It would explode our deficits by nearly $10 trillion dollars. I’m not making this up. You can look at the math. That will not bring jobs back. That is not fighting for the American middle class. That will not help us win. That is not going to make your lives better, that will help people like him (crowd stands and applauds). “That’s the truth!”
OBAMA: “Most importantly, immigrants are not the main reason why wages haven’t gone up for middle-class families. Those decisions are made in the boardrooms of companies where top CEOs are getting paid more than 300 times the income of the average worker. So deporting 11 million immigrants – not only is that a fantasy that would cost taxpayers billions of dollars and tear families apart and just logistically would be impossible – even if it were possible, it wouldn’t do anything to seriously help the middle class.”
Again, you can embrace or dismiss the perspective/arguments, but the delivery is pitch-perfect. It simply comes across as authentic, down-to-earth. It resonates. Hillary Clinton can make the same exact pitch and somehow it doesn’t work because (A) Her voice delivery — which can easily confused with perpetual yelling — is so distracting, and (B) The messenger so untrustworthy, particularly on the part about wages given her Wall Street connections.
And let’s not just focus on Hillary’s inability to land any clean punches on Trump, because 17 GOP presidential candidates — some, particularly the governors from Bush to Kasich to Walker to Perry… considered real stars of the party — couldn’t land anything of note while being taken off their game in the process, either. But then you go back to the president yesterday and see him systematically (with gravitas) make argument after argument against him in pithy, practical progression, you see where that key variable mentioned earlier is likely going to come from.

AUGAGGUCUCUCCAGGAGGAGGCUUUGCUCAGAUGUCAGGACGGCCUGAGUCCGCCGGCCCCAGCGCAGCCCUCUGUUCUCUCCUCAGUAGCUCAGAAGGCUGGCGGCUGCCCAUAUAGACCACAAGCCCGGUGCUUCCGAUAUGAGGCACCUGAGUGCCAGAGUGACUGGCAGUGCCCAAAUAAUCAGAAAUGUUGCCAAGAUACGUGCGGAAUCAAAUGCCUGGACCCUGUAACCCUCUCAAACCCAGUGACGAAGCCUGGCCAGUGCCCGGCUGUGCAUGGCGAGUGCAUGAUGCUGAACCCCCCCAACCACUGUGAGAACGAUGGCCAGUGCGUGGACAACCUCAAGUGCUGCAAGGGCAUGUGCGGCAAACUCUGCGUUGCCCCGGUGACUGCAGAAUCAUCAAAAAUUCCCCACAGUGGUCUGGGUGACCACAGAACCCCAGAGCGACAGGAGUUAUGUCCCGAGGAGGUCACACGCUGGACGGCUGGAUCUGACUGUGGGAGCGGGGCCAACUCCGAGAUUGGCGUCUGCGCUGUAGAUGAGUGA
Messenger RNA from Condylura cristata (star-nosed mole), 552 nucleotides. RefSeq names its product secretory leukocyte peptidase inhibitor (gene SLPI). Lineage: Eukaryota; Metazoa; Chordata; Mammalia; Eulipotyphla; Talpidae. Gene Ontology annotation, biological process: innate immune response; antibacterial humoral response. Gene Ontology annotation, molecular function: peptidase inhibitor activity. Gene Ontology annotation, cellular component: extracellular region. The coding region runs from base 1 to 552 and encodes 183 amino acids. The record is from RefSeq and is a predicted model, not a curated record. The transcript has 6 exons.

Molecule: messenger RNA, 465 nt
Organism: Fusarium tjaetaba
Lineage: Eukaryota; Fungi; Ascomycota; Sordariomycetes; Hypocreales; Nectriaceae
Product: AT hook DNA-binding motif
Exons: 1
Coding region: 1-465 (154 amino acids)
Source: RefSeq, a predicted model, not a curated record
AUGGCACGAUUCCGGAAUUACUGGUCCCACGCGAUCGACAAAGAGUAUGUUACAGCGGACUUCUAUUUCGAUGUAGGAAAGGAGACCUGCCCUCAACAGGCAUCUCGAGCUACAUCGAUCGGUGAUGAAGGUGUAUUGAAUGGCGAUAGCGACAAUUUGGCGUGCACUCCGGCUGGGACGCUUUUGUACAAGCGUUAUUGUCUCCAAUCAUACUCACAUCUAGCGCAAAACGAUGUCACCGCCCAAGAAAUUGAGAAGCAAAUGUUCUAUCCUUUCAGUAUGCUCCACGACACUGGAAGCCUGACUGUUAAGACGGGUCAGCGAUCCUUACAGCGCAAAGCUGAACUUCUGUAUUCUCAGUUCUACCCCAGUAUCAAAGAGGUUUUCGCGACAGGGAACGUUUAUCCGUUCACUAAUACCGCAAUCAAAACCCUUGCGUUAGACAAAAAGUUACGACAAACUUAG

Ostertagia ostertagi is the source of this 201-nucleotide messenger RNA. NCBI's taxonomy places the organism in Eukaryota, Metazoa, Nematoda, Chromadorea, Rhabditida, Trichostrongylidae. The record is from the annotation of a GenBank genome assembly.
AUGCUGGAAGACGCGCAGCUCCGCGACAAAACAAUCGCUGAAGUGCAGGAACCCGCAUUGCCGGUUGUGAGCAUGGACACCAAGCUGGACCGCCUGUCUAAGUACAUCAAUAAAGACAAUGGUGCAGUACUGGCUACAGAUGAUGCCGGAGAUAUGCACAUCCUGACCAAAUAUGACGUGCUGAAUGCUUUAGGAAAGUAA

It’s going to be a tight race throughout the summer… that’s for certain. We have two unlikable candidates that the country has serious trust issues with. A third or fourth variable entering the equation will be more key than ever. Terror attacks and severe economic downturns are impossible to predict.
Here’s one that isn’t: Donald Trump likely won’t have a star on the stump helping him to make his case. Hillary Clinton (and boy, does she need it) will. It could be a replay of 2012: Obama had Bill Clinton (the 2012 version, which is decidedly different in public than the 2016 model). Mitt Romney had Clint Eastwood for five minutes. It also doesn’t hurt that the president currently has a 48.9 percent approval rating (RCP), partly because when juxtaposed against the two likely nominees, he looks more normal, more genuine, respectively.
For the next few months until election day after a Democratic nominee is finally chosen — most likely Hillary — the president gets to do what he enjoys and excels at most… campaigning.
And if his performance yesterday in effectively slamming Donald Trump’s core policies are any preview, Hillary Clinton now owns the intangible that may be the difference between winning and losing come November 8th.
Follow Joe Concha on Twitter @JoeConchaTV
This is an opinion piece. The views expressed in this article are those of just the author.